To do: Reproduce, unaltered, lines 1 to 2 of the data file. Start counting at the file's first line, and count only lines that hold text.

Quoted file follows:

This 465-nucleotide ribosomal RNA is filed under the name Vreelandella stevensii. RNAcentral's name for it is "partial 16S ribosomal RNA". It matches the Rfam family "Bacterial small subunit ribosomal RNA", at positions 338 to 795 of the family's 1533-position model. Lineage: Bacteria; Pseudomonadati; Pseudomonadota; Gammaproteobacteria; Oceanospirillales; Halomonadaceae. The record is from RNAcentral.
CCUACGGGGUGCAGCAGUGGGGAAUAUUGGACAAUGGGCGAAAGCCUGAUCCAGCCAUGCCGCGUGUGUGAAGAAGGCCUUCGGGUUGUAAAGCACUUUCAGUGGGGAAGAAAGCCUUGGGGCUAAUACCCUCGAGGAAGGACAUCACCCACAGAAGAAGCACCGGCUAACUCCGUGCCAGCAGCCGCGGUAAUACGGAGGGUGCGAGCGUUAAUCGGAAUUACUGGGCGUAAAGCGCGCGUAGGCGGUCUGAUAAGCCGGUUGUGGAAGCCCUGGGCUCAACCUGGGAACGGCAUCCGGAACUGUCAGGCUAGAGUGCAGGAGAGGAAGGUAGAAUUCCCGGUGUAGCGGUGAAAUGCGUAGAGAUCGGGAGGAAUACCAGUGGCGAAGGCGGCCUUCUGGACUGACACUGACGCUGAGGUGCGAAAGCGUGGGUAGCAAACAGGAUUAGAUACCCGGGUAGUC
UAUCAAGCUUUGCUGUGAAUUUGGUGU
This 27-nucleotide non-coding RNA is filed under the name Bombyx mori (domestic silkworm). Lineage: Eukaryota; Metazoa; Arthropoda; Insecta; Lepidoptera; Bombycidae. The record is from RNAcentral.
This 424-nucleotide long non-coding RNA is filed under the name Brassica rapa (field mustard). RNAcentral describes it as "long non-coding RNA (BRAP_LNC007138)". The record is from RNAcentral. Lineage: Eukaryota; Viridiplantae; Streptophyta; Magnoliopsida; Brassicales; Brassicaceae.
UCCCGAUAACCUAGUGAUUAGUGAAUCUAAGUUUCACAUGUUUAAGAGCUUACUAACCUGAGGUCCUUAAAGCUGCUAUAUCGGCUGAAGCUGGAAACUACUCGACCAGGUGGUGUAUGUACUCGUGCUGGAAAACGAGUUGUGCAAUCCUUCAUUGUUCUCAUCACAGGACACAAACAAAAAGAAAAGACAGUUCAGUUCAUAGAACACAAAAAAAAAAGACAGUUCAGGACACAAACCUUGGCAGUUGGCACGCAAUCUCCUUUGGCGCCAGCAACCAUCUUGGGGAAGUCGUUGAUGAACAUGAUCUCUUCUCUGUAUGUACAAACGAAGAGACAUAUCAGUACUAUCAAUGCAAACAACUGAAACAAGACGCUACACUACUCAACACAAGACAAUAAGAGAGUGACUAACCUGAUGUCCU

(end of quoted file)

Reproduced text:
This 465-nucleotide ribosomal RNA is filed under the name Vreelandella stevensii. RNAcentral's name for it is "partial 16S ribosomal RNA". It matches the Rfam family "Bacterial small subunit ribosomal RNA", at positions 338 to 795 of the family's 1533-position model. Lineage: Bacteria; Pseudomonadati; Pseudomonadota; Gammaproteobacteria; Oceanospirillales; Halomonadaceae. The record is from RNAcentral.
CCUACGGGGUGCAGCAGUGGGGAAUAUUGGACAAUGGGCGAAAGCCUGAUCCAGCCAUGCCGCGUGUGUGAAGAAGGCCUUCGGGUUGUAAAGCACUUUCAGUGGGGAAGAAAGCCUUGGGGCUAAUACCCUCGAGGAAGGACAUCACCCACAGAAGAAGCACCGGCUAACUCCGUGCCAGCAGCCGCGGUAAUACGGAGGGUGCGAGCGUUAAUCGGAAUUACUGGGCGUAAAGCGCGCGUAGGCGGUCUGAUAAGCCGGUUGUGGAAGCCCUGGGCUCAACCUGGGAACGGCAUCCGGAACUGUCAGGCUAGAGUGCAGGAGAGGAAGGUAGAAUUCCCGGUGUAGCGGUGAAAUGCGUAGAGAUCGGGAGGAAUACCAGUGGCGAAGGCGGCCUUCUGGACUGACACUGACGCUGAGGUGCGAAAGCGUGGGUAGCAAACAGGAUUAGAUACCCGGGUAGUC